Cameron cites Indonesia’s MedcoEnergi as a company that retains such options. As the country’s largest domestic supplier of natural gas, it is strategically important, boasting strong relationships with local and international banks. Additionally, Medco has actively tapped Indonesia’s relatively deep local markets.9
Access to funding is also an important consideration in the emerging market financial sector, where banks have come under pressure to adjust their business models and prioritise liquidity preservation over profitability in recent months. High-quality banks with local-market funding options that can be accessed when international financing becomes trickier – such as Banco de Brasil and Mexico’s BBVA Bancomer – look to have relatively stronger prospects.
“Our focus remains on large, high-quality bank names with ample capital and liquidity reinforced by deep local market funding alternatives, such as those in Brazil, Mexico and South Africa,” says John Wright, financials credit analyst at Aviva Investors.
We see particular value in the subordinated debt instruments from the best-in-class names
“While the next six-to-12 months are likely to remain challenging, we expect the higher interest-rate regime and ongoing digitalisation of banking services to ultimately support both higher net-interest margins and profitability among these institutions. As such, we see particular value in subordinated debt instruments from the best-in-class names,” Wright adds.
Elsewhere, companies that specialise in building and leasing telecommunications infrastructure in developing economies could offer opportunities for investors with an eye on short-term resilience and long-run profitability. These firms tend to present high, stable margins and long-term contracted revenues, providing visibility into future earnings.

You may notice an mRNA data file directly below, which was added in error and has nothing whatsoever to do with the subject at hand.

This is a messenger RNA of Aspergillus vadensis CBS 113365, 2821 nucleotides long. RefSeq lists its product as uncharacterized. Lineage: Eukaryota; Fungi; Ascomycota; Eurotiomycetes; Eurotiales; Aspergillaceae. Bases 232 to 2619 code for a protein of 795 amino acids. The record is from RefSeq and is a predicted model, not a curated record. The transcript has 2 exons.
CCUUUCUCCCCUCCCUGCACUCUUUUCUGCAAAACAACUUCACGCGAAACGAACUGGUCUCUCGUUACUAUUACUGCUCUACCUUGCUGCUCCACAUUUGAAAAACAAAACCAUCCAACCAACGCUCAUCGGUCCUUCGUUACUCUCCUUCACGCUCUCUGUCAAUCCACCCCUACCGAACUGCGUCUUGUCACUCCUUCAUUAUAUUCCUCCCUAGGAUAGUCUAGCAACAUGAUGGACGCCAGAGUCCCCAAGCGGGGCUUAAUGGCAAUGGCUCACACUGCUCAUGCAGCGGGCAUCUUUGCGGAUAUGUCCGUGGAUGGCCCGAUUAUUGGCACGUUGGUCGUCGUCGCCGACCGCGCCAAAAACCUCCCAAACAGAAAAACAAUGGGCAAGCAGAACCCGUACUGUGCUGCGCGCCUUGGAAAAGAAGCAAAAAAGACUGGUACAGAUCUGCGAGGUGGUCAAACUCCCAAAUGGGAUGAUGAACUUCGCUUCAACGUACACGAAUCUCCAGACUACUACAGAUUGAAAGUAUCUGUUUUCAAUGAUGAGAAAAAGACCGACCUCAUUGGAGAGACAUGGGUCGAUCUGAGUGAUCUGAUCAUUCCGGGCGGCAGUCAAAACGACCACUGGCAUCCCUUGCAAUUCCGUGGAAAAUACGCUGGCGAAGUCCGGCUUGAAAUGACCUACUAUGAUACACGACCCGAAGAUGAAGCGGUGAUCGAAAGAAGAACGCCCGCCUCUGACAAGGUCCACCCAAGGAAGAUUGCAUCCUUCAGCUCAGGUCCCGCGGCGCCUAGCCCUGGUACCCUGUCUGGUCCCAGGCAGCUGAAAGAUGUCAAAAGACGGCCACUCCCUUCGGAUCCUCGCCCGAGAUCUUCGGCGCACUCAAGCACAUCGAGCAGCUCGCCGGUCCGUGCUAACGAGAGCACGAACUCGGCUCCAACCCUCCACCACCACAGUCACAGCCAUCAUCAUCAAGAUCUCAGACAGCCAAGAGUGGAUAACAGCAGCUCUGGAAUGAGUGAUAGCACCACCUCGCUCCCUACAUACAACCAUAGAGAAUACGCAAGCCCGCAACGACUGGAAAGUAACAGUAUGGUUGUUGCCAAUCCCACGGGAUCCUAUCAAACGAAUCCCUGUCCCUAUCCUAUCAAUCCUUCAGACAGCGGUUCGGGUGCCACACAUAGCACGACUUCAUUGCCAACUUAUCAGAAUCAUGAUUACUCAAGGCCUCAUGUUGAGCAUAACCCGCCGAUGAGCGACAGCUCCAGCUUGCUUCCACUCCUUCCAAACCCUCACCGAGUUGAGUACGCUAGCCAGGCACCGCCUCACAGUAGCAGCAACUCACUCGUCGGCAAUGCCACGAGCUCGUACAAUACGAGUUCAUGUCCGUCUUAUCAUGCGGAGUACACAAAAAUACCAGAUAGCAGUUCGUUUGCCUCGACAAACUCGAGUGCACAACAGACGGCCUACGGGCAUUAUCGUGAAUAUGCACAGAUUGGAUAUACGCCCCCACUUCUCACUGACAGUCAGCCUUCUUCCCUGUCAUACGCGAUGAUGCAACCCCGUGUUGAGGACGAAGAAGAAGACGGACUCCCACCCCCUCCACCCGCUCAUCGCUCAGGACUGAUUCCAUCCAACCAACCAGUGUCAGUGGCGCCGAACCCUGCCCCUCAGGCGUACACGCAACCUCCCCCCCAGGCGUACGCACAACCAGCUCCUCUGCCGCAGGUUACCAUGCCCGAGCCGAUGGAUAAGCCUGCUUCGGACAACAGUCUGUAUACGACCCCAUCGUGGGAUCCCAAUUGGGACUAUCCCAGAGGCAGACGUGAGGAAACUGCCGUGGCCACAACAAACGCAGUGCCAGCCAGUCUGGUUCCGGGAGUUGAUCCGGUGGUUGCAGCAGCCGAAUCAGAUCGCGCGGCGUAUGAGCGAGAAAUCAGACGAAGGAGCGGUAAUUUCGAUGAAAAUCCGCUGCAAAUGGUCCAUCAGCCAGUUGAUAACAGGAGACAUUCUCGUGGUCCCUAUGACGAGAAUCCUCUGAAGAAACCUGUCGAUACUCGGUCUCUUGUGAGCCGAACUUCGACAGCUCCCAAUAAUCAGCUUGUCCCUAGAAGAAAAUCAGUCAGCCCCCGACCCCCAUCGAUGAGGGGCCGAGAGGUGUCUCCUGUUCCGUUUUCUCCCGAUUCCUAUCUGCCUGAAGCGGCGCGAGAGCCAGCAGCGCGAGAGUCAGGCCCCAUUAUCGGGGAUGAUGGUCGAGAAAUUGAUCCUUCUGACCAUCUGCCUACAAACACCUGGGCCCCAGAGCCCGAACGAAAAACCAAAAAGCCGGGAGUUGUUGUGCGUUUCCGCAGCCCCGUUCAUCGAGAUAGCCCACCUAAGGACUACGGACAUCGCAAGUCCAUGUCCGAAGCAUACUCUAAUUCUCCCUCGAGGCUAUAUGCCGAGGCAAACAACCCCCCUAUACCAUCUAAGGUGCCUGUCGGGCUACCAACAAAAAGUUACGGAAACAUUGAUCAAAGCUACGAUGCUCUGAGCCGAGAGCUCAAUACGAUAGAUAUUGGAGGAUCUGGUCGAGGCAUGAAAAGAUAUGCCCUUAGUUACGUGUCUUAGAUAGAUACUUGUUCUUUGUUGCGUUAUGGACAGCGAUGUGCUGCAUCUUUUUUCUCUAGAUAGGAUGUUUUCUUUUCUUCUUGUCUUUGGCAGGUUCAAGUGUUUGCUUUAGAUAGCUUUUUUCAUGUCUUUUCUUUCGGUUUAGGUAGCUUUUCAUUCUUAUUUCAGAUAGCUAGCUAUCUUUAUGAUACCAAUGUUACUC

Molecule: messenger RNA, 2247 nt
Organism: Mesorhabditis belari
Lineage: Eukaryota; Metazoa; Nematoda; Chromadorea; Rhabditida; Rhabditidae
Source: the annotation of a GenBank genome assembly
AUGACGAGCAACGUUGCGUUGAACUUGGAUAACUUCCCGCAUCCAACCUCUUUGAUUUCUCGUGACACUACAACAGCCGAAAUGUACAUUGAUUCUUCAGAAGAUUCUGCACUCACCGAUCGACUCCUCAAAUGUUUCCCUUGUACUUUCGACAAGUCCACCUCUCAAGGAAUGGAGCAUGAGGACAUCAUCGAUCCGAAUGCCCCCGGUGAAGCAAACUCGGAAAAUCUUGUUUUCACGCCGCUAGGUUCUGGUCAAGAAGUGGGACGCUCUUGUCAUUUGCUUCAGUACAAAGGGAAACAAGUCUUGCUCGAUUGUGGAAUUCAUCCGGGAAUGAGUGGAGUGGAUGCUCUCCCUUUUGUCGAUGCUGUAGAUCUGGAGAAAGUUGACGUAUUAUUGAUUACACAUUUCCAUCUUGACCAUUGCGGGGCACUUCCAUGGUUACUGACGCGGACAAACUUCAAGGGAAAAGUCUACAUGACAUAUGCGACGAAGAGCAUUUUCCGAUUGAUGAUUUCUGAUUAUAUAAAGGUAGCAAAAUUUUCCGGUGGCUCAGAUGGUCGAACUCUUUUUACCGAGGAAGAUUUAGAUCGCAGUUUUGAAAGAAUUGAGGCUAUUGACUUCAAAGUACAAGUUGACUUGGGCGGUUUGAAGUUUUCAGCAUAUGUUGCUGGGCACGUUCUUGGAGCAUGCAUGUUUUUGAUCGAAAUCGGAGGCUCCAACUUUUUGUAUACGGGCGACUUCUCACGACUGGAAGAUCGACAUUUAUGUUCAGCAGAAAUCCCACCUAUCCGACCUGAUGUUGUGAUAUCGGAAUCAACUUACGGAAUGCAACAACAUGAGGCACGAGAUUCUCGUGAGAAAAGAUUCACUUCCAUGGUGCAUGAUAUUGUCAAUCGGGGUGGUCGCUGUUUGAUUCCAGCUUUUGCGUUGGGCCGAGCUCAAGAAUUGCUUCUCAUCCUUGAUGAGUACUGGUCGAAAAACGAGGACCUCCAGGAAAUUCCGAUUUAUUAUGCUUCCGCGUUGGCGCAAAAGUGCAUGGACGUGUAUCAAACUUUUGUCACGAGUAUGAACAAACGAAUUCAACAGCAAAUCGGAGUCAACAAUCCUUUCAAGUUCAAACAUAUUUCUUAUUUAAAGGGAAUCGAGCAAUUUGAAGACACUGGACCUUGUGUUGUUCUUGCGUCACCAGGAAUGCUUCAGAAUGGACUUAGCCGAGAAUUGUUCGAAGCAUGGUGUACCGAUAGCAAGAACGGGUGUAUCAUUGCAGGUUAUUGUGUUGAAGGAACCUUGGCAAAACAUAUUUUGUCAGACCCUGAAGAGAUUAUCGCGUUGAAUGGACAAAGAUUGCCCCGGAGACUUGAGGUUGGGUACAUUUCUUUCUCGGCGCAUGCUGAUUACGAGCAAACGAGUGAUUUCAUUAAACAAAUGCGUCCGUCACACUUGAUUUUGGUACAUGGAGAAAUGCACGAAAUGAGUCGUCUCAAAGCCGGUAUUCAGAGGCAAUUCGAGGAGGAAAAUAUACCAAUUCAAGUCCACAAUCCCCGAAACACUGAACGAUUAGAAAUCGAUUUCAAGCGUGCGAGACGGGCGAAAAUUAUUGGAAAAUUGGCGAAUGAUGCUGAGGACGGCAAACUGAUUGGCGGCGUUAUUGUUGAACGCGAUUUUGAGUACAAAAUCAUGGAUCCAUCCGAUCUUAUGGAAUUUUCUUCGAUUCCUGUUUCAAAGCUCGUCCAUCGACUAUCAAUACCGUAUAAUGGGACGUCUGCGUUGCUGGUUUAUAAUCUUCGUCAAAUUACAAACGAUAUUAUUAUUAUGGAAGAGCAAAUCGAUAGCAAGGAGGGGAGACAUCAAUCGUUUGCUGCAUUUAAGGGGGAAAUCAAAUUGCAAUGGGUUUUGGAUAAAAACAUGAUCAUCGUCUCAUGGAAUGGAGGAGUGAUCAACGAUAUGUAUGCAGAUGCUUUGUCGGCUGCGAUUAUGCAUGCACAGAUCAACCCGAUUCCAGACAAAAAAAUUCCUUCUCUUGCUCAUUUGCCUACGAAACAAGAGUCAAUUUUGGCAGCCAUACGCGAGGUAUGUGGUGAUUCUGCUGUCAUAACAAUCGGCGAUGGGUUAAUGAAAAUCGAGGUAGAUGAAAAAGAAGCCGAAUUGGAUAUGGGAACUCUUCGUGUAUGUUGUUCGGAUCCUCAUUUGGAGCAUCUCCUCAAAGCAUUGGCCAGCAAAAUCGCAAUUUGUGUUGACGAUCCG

One example is IHS Towers, a telecoms company founded in Lagos that now has operations across Africa, Latin America and the Middle East. The firm has long-term contracts with mobile network operators; importantly, these contracts are denominated in hard currency and inflation-linked, which means IHS should be able to pass on cost increases to offset pricing pressures.
Tech-savvy populations are propelling strong data usage growth in as-yet underpenetrated markets across Africa and the Middle East
Longer-term demographic trends are also in the company’s favour: young, tech-savvy populations are propelling strong data usage growth in as-yet underpenetrated markets across Africa and the Middle East. This speaks to a broader point about emerging market companies during a turbulent period: they appear to be well positioned to benefit from secular growth over the coming years.
The IMF’s global economic outlook, published in July 2022, forecasts GDP growth of 6.8 per cent across emerging economies this year, outstripping the 5.2 per cent rate among advanced economies.10 And while growth is expected to slow to 3.6 per cent in 2023 and 3.9 per cent in 2024, these figures still comfortably exceed the expectations for developed economies (see Figure 7).
Figure 7: IMF growth outlook
Source: International Monetary Fund, July 202211
Emerging market companies with good fundamentals should be able to stay resilient in the face of economic growth challenges. And the vast size of the emerging market corporate debt universe, with its range of issuers across multiple sectors and geographies, gives investors the benefit of choice.
“Over the longer term, emerging markets have far greater structural growth potential than developed markets, as high-growth tech and digital sectors start to play a bigger role in these economies. This could help investors deal with an environment of longer-term structural inflation,” says Kam. “For now, while waiting for clear signs of a broad-based rebound, we are focusing on bottom-up credit stories in emerging markets. The breadth and depth of these credit markets means there is plenty of scope to find resilient companies.”